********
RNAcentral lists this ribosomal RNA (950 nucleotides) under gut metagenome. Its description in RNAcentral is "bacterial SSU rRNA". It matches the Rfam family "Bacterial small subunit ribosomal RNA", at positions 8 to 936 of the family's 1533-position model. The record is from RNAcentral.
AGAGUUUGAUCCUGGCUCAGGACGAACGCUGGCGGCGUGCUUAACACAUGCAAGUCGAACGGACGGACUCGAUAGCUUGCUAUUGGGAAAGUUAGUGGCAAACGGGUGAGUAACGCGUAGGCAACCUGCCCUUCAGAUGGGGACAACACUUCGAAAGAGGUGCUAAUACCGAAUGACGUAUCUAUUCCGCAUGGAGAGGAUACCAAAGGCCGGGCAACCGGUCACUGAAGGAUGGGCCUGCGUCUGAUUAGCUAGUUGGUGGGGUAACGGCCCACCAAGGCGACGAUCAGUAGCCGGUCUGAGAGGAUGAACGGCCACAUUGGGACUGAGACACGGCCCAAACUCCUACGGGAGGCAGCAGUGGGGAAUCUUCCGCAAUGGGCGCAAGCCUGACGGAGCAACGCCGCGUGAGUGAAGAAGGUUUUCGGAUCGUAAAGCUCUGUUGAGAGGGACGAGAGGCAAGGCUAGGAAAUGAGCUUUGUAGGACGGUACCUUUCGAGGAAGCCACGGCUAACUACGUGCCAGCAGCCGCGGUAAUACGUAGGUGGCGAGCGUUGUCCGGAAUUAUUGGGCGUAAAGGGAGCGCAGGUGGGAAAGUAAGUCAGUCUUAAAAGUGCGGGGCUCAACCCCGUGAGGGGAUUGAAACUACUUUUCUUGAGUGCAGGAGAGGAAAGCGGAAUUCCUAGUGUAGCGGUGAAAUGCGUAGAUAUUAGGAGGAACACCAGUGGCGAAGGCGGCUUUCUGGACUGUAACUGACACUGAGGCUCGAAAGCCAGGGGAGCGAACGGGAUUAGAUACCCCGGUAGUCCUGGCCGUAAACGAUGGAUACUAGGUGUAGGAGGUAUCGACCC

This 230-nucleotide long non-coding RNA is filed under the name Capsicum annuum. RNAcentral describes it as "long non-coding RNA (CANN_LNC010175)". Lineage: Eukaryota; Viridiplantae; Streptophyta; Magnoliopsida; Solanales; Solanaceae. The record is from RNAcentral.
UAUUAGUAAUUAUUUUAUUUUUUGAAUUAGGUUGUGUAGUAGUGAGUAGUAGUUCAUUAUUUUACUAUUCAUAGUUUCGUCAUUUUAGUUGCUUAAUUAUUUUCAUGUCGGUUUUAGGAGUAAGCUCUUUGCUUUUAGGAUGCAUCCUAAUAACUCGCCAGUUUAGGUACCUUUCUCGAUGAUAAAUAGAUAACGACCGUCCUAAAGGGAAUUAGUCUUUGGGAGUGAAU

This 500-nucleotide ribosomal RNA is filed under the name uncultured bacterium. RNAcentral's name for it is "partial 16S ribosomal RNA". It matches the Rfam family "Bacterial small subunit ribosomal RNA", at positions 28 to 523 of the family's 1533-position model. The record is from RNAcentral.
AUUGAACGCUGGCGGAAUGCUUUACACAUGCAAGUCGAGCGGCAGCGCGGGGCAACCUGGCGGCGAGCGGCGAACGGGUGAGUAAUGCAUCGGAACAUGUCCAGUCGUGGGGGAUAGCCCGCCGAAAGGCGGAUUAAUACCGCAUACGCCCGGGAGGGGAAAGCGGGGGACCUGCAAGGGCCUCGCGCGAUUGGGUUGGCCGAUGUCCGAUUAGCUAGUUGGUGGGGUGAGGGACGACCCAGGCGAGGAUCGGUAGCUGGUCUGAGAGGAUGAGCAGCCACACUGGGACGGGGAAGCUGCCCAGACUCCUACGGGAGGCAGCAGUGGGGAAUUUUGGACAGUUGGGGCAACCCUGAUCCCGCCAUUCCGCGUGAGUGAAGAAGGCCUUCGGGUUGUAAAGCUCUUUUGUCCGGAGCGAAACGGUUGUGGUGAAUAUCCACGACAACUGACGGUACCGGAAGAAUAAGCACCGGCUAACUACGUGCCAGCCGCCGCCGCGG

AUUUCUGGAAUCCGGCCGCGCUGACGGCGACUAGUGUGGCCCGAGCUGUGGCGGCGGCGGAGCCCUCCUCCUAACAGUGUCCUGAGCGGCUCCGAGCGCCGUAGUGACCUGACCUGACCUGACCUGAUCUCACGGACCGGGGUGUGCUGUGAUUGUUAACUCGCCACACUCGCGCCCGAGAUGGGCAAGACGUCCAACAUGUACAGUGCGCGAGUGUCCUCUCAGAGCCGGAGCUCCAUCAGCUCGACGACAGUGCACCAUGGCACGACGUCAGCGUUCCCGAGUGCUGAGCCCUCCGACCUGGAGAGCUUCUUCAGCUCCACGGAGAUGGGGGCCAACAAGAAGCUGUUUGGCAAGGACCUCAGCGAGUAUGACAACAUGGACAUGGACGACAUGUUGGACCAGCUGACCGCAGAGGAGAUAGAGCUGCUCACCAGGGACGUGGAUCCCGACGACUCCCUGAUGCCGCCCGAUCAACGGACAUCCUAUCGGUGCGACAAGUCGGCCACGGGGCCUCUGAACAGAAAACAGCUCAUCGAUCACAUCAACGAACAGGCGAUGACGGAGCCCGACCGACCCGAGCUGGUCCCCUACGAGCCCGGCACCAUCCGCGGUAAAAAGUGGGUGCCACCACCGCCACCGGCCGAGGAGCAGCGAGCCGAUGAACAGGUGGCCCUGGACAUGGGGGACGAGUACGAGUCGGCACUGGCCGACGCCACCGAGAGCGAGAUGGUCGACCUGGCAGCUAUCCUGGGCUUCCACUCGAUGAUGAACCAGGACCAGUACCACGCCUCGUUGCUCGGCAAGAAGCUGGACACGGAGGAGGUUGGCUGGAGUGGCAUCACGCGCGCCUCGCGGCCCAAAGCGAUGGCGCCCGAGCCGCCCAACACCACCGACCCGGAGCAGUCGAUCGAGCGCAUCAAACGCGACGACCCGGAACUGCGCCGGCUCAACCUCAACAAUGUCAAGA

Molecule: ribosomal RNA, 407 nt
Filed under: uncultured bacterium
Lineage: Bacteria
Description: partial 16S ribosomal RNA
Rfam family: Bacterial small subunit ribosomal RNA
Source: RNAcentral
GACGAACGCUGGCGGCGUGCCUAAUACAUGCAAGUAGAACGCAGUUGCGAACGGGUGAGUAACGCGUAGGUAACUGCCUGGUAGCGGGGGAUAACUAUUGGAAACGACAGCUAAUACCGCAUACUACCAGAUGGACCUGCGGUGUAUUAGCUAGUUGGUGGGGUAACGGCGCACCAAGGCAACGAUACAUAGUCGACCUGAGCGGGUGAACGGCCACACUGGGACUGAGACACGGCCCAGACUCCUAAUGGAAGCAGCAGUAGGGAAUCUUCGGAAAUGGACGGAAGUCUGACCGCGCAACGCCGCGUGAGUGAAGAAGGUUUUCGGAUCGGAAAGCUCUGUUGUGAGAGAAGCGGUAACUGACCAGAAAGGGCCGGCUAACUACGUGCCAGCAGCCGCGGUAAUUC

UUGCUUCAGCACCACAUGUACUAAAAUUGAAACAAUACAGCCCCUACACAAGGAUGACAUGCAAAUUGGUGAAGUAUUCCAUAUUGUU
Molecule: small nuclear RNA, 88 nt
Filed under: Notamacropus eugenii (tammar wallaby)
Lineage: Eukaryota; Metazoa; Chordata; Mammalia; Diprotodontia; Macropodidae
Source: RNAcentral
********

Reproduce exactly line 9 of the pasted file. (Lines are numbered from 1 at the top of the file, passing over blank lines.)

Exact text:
Filed under: uncultured bacterium